Minnesota Council of Churches Launches ‘Historic’ 10-Year Plan to Educate People About Racism and Offer Reparations to Black and Indigenous Communities

With 25 denominations representing some one million adherents, the Minnesota Council of Churches has embarked on a 10-year plan to tell the truth and educate about racism in Minnesota and offer reparations to black and indigenous communities harmed by it.

According to Jim Winkler, president of the National Council of Churches, he has never seen an anti-racism plan like the one laid out by the MCC.

“There’s a lot of anti-racism work going on,” Winkler told the Star Tribune. “But I haven’t seen a plan as systematically laid out as the Minnesota council has done.”

The statewide “truth and reparation” plan, first announced in October, is modeled on the principles of the Truth and Reconciliation Commission in post-apartheid South Africa. The Rev. Curtiss DeYoung, CEO of the MCC and also a former professor of reconciliation studies who traveled frequently to South Africa to study its Truth and Reconciliation Commission, also said the plan is unprecedented.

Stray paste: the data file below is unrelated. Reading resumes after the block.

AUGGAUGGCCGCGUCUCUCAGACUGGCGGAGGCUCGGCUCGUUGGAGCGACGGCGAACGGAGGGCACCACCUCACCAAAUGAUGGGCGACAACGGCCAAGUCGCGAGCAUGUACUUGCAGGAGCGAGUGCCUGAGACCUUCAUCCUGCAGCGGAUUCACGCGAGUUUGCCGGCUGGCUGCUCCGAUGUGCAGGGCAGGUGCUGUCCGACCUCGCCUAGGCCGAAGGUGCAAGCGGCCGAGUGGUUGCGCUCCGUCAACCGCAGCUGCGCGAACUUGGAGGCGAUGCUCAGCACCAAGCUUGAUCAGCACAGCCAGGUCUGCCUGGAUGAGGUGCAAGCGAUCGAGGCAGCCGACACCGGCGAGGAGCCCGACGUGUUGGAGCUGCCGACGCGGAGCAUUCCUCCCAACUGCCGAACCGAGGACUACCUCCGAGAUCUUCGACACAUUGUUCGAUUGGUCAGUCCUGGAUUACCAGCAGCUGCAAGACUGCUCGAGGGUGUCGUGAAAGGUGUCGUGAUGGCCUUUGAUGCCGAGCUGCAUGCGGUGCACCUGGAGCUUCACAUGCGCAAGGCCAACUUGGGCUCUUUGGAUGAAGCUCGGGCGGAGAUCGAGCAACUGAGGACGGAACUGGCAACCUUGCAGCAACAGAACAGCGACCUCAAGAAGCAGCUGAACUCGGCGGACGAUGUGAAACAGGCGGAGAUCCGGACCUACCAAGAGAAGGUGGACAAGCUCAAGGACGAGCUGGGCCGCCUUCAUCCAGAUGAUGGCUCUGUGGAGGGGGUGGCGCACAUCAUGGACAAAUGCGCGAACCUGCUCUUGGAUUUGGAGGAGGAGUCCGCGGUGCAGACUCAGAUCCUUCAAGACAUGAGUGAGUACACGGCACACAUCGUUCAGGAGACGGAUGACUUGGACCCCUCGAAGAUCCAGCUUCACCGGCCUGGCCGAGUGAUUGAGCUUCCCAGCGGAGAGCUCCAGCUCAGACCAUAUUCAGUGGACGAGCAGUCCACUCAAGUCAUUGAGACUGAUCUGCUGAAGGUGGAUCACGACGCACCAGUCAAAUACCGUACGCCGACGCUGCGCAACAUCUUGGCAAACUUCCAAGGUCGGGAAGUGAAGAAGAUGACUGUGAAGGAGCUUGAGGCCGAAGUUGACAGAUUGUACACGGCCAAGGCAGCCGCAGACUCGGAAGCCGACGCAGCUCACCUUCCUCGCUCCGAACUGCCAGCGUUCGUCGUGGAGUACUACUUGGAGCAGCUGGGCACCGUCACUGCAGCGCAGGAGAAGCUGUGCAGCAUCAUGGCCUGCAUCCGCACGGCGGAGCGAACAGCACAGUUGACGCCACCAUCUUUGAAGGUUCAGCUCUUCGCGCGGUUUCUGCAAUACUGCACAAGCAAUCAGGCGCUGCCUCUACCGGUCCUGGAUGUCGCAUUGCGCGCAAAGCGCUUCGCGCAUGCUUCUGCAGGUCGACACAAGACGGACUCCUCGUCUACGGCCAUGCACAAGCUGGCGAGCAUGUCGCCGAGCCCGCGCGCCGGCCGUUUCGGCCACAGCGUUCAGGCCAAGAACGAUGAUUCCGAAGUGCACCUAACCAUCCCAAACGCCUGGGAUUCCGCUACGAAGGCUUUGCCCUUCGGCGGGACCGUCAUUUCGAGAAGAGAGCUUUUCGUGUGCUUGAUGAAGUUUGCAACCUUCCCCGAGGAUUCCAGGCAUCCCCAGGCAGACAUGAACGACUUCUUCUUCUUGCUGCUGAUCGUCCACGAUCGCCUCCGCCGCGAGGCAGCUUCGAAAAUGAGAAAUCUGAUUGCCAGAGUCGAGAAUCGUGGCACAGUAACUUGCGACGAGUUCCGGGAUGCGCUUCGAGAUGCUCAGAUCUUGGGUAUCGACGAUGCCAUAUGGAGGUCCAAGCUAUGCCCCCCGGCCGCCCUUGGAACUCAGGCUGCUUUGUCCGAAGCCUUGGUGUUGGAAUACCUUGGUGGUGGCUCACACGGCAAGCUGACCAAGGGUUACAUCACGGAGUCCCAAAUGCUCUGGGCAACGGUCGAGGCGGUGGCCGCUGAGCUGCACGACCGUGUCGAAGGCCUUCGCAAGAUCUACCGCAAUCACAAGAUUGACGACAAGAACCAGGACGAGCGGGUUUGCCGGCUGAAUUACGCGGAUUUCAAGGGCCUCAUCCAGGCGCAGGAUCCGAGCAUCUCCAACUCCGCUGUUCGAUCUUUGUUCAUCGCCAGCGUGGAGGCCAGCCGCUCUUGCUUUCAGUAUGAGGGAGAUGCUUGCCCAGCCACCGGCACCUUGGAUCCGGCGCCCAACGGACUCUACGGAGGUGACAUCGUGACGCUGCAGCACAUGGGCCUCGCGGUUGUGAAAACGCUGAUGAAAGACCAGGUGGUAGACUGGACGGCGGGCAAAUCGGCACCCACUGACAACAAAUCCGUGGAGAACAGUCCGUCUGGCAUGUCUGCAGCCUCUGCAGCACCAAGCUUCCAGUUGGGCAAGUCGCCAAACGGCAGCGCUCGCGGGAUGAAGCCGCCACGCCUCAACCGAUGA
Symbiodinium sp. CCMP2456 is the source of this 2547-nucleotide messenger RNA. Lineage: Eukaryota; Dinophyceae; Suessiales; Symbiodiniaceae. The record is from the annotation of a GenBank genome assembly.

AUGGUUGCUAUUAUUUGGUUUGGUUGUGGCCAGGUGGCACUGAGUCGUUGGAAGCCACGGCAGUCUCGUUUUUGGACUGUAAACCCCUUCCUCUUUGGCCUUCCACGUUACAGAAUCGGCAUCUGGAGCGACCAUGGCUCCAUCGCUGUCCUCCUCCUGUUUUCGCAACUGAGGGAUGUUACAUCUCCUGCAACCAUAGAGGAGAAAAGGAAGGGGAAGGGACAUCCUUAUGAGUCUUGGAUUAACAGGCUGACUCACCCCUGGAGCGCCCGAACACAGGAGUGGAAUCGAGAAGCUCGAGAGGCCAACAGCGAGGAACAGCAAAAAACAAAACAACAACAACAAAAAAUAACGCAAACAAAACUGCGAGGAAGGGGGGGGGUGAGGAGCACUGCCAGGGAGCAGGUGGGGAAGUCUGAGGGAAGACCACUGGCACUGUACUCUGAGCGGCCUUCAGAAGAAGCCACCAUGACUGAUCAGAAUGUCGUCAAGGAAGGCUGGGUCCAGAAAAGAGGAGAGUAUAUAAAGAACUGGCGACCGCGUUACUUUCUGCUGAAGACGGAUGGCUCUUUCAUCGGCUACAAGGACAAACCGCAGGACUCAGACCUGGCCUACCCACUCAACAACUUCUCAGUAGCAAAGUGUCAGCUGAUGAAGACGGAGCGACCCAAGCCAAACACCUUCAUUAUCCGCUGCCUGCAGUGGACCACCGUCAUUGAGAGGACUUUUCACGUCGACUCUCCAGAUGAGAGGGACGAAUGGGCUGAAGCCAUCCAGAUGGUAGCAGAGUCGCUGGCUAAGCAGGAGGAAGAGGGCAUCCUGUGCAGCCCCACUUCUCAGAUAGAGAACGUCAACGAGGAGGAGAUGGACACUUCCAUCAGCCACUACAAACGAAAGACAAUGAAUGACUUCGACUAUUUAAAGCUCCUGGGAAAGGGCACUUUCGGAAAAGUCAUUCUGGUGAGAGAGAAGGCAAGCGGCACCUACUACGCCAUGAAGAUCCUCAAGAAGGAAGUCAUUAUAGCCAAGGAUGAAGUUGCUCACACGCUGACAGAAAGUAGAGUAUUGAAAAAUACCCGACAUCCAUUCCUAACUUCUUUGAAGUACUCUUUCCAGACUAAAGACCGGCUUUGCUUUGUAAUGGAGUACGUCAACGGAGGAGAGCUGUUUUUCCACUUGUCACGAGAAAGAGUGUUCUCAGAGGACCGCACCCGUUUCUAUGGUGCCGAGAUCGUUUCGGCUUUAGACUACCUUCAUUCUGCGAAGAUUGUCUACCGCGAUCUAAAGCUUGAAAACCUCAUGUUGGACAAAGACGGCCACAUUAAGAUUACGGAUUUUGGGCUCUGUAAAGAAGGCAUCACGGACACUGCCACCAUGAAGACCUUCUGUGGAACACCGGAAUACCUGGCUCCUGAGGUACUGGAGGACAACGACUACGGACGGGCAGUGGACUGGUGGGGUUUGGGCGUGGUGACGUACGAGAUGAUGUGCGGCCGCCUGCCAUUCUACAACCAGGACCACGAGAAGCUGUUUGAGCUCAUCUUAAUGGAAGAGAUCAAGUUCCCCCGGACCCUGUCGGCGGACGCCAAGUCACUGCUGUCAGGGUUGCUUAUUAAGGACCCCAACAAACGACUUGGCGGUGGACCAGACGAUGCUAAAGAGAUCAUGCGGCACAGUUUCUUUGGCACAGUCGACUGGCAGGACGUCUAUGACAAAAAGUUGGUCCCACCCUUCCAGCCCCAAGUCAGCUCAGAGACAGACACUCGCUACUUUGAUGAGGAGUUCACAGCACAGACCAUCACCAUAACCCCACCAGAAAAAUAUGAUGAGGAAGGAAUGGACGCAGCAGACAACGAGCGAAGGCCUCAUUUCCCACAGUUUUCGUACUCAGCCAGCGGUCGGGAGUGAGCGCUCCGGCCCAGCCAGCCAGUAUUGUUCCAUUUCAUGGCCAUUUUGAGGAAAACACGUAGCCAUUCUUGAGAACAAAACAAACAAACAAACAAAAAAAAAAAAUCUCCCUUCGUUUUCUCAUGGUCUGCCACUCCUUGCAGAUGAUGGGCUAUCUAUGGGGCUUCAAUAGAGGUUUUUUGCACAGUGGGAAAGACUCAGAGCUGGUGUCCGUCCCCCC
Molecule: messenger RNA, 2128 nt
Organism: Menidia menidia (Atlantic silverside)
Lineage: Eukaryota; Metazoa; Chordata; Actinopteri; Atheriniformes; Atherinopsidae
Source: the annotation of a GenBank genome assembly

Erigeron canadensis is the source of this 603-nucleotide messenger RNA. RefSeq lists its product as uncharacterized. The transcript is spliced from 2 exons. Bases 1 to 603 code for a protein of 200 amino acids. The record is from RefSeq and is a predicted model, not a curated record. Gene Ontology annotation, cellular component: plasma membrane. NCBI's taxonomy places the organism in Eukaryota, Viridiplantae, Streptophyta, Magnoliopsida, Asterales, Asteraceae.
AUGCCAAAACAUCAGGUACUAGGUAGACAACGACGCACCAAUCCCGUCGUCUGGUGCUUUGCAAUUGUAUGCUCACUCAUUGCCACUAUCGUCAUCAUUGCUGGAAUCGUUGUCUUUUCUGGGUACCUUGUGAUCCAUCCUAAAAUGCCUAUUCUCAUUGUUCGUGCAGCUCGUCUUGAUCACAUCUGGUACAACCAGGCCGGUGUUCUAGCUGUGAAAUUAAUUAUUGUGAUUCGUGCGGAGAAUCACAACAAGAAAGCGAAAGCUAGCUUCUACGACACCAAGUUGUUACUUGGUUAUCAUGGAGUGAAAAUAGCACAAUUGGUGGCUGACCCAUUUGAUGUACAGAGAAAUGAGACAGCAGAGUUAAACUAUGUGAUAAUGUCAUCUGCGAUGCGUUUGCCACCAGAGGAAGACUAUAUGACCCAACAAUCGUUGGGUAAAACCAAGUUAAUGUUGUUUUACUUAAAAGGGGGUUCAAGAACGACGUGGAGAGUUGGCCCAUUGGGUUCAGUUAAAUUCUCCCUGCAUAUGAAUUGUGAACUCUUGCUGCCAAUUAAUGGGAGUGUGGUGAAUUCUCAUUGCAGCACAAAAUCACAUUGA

“This is a historic moment for the Minnesota Council of Churches,” he said.

In a document on the plan presented by the council, they explain that the truth telling process will start with acknowledging the complicity of faith communities in racial injustice and disparities. The process will emerge in various contexts statewide and across local governments addressing issues such as policing, land, and racial equity in health, education, wealth, employment and housing.

Denominations will be allowed to pursue their own educational process for racial justice and equity work in conversation with MCC, which could include anti-racism training or other efforts like cultural competency development.

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SOURCE: Christian Post, Leonardo Blair